The image below is from a recent post by famed author and Behavioral Economist Dan Ariely. Take a quick look to see if you can figure it out in 30 seconds or less.
It is said a picture is worth a thousand words. The digital medium we all use today makes sharing images easier and more powerful than ever. Our lack of time, or attention span, makes it easier to fool us than ever.
Consultants, marketing pros, survey data providers and sales people know that images can drive their point, and your long-term thoughts far easier than data. They “simplify” things for us with infographics and charts, but the result is often misinformation or confusion.
Consider a scatter chart. These often communicate absolutely nothing until someone drops a “trendline” on top of the data. What we fail to see is that the data above and below the trendline is still essentially (and sometimes totally) random.
Consider a chart that shows how much growth is in a specific type of compensation, as compared to other types. Often these charts have the x and y axis meeting at a place far away from 0. They often include a scale that conveniently implies far more growth than is truly occurring. Imagine a bar chart showing usage. The two charts below look almost identical, they are very different and very terrible. (source: www.grapes-apples-bananas.com)
Not only are these two charts misleading, but the lack of good source data ensures that we cannot trust what they are telling. But, in our industry charts like these are common. They are used on websites, presentations and in marketing materials. They trick us into believing something we aren’t even seeing.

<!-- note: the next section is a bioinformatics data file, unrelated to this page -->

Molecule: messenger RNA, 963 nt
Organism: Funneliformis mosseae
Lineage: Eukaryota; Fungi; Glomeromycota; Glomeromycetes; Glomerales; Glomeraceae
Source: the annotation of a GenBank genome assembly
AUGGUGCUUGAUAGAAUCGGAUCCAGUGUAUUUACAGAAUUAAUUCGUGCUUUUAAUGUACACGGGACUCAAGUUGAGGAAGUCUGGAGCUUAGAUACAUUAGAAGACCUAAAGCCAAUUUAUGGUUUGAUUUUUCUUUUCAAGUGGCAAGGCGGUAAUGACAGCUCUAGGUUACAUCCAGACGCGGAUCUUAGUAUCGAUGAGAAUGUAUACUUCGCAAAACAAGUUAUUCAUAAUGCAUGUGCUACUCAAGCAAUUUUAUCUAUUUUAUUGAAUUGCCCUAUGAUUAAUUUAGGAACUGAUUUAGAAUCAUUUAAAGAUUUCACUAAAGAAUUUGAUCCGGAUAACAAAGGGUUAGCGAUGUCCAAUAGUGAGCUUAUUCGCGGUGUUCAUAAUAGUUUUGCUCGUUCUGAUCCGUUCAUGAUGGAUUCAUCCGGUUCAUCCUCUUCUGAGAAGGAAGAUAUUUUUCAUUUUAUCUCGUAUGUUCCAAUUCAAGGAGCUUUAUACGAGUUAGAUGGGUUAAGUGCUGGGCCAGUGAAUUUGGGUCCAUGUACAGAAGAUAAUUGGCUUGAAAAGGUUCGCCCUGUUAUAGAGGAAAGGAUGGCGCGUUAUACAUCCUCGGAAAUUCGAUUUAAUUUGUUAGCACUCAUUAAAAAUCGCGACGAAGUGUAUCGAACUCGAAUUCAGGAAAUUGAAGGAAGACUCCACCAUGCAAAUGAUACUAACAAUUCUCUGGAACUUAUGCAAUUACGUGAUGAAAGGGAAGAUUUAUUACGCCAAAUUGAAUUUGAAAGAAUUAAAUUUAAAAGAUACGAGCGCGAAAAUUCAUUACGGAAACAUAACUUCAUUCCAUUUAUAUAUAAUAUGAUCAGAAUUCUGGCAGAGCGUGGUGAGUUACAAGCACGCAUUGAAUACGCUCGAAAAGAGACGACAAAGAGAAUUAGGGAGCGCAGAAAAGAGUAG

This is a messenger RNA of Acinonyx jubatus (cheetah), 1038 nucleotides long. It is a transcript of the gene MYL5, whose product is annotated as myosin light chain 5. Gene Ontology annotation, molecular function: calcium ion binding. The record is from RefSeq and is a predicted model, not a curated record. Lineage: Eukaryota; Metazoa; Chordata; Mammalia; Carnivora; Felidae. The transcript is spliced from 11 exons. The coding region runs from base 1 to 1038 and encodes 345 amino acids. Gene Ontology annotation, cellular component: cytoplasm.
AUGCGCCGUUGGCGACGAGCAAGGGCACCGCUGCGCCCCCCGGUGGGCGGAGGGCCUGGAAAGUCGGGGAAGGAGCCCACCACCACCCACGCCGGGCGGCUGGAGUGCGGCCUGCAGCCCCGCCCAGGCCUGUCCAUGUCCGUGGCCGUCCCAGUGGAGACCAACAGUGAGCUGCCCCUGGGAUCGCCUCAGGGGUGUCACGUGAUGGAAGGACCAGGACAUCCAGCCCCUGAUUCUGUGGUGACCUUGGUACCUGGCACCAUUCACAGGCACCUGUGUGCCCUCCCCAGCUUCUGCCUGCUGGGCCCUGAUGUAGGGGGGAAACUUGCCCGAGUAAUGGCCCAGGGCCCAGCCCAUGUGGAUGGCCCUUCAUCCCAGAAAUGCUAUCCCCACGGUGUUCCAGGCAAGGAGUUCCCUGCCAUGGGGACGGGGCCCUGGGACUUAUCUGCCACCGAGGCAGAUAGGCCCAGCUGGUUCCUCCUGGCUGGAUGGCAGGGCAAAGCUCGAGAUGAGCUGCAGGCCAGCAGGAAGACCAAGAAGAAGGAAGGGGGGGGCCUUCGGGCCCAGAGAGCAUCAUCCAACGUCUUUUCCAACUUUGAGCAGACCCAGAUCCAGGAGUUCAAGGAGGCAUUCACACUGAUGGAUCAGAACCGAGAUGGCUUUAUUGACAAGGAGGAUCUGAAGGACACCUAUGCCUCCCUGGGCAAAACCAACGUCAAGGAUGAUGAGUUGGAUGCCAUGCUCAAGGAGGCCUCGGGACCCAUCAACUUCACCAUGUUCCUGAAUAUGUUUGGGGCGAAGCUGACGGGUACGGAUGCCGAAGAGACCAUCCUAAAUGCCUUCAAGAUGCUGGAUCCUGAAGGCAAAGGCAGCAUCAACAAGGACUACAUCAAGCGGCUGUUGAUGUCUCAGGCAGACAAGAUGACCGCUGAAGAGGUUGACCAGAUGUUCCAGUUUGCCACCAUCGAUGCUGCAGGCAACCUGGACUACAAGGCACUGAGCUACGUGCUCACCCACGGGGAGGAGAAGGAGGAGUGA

We need to be very careful in an age where we are increasingly spoon-fed “information” in pretty pictures. We are regularly at risk of losing credibility among the stakeholders who must support and champion many of the decisions we must make to continue driving the success of our organizations.
As for the challenge provided by Dan Ariely, the answer is easy if you do the math, but incredibly hard if you try and figure things out based on the picture. The correct answer is that there cannot be any distance between the poles. The 14’ length of rope is only able to reach 3’ from the ground if it doubles over on itself.
Dan Walter, CECP, CEP is the President and CEO of Performensation. He is passionately committed to aligning pay with company strategy and culture and considered a leading expert on equity compensation issues. Dan has written several industry resources including a recent Performance-Based Equity Compensation issue brief. He has co-authored ”Everything You Do In Compensation is Communication”, “The Decision Makers Guide to Equity Compensation”, “Equity Alternatives” and other books. Connect with Dan on LinkedIn. Or, follow him on Twitter at @Performensation.